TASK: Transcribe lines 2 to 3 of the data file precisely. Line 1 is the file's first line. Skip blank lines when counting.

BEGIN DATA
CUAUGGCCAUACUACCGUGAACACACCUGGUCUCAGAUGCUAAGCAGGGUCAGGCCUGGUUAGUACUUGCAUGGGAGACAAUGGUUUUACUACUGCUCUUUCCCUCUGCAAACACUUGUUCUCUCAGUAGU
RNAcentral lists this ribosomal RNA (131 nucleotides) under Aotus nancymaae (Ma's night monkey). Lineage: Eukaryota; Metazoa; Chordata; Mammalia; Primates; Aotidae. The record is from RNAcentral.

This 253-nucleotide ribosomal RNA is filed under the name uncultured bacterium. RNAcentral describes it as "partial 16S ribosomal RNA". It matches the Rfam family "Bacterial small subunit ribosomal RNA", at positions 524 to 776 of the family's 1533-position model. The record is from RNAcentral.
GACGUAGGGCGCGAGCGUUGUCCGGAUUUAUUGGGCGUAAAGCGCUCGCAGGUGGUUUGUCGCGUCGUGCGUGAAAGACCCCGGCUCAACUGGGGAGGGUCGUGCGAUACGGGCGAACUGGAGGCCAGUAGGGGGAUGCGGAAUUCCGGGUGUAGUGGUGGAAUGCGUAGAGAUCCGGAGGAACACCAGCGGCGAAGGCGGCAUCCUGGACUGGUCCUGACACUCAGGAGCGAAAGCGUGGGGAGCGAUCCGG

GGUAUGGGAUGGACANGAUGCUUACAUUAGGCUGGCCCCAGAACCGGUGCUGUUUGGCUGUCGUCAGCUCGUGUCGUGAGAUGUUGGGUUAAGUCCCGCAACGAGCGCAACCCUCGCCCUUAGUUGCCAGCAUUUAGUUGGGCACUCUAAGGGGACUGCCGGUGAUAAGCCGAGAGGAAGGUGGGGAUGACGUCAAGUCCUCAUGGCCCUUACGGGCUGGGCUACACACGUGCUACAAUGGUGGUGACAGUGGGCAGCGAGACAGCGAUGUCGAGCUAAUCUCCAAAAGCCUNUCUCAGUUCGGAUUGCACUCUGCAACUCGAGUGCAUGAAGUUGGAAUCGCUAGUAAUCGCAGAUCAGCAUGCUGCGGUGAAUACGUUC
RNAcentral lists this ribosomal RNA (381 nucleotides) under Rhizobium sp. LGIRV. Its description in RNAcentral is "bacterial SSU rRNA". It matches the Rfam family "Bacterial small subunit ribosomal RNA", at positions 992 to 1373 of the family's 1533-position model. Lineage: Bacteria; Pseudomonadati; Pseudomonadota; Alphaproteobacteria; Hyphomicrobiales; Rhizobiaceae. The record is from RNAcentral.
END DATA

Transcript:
RNAcentral lists this ribosomal RNA (131 nucleotides) under Aotus nancymaae (Ma's night monkey). Lineage: Eukaryota; Metazoa; Chordata; Mammalia; Primates; Aotidae. The record is from RNAcentral.

This 253-nucleotide ribosomal RNA is filed under the name uncultured bacterium. RNAcentral describes it as "partial 16S ribosomal RNA". It matches the Rfam family "Bacterial small subunit ribosomal RNA", at positions 524 to 776 of the family's 1533-position model. The record is from RNAcentral.